This treatment of thenables allows promise implementations to
interoperate, as long as they expose a Promises/A+-compliant then
method. It also allows Promises/A+ implementations to “assimilate”
nonconformant implementations with reasonable then methods.

This spec is a little hard to parse, so let’s break it down. The rule is:

If the function in the

.then

handler returns a value, then the

Promise

resolves with that value. If the handler returns another

Promise

, then the original

Promise

resolves with the resolved value of the chained

Promise

. The next

.then

handler will always contain the resolved value of the chained promise returned in the preceding

.then

.

The way it actually works is described below in more detail:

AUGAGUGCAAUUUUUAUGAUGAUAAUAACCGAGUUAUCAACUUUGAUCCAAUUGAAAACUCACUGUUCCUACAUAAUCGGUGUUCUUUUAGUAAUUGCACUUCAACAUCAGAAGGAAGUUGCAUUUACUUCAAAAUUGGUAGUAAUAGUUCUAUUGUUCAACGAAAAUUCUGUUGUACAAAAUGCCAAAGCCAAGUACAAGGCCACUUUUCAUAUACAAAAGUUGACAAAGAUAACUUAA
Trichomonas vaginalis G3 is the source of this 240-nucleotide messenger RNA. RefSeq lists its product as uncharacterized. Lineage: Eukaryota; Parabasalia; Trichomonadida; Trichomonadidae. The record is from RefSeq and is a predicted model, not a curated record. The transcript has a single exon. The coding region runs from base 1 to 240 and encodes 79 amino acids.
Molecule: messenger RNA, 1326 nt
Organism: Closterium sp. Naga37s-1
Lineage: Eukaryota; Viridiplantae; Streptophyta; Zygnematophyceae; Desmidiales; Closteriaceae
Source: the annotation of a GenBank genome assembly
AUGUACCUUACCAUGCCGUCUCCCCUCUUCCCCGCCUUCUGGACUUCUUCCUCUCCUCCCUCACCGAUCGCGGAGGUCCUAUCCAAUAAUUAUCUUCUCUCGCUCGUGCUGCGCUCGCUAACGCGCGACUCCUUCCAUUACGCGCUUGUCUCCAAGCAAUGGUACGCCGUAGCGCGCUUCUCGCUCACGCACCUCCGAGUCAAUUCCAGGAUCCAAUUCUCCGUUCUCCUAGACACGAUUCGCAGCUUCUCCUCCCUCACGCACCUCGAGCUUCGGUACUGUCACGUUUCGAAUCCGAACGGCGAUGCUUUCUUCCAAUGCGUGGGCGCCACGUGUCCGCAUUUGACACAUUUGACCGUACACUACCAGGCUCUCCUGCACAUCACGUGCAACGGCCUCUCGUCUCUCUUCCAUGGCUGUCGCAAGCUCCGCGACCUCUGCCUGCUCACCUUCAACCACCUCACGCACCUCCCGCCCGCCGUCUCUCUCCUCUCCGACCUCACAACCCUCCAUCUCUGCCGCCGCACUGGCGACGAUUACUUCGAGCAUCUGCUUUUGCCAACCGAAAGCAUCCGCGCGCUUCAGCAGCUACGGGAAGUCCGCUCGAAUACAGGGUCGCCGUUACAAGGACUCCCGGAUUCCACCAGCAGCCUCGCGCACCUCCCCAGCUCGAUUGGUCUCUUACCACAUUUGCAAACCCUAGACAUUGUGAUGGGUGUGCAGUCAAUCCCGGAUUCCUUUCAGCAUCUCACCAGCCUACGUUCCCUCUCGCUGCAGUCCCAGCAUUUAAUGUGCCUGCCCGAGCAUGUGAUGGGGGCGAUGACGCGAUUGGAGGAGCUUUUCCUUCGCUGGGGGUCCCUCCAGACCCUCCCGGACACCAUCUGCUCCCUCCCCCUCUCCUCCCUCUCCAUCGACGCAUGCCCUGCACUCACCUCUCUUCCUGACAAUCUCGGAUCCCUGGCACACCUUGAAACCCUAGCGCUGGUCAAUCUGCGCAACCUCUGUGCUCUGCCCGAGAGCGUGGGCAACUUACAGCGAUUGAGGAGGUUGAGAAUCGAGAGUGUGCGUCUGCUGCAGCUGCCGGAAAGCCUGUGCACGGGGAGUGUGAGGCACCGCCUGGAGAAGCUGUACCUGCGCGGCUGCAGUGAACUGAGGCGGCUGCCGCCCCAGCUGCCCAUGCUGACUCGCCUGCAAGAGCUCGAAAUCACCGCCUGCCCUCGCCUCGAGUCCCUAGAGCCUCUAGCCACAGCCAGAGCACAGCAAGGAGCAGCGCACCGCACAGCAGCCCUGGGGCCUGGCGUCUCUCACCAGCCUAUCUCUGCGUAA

1. The return of the

.then

function will be the resolved value of the promise.


function initPromise() {
return new Promise(function(res, rej) {
res("initResolve");
})
}
initPromise()
.then(function(result) {
console.log(result); // "initResolve"
return "normalReturn";
})
.then(function(result) {
console.log(result); // "normalReturn"
});

2. If the

.then

function returns a

Promise

, then the resolved value of that chained promise is passed to the following

.then

.


function initPromise() {
return new Promise(function(res, rej) {
res("initResolve");
})
}
initPromise()
.then(function(result) {
console.log(result); // "initResolve"
return new Promise(function(resolve, reject) {
setTimeout(function() {
resolve("secondPromise");
}, 1000)
})
})
.then(function(result) {
console.log(result); // "secondPromise"
});

Async / Await returning Promise instead of values

See original GitHub issue

Hi,

There seems to be an issue with Async/Await handling. Code below:


async function getData() { console.log('logging'); const test = await CSVToJSON().fromFile('./data/hans-puns.csv'); return test; }


const data = getData();

console logging data shows a Promise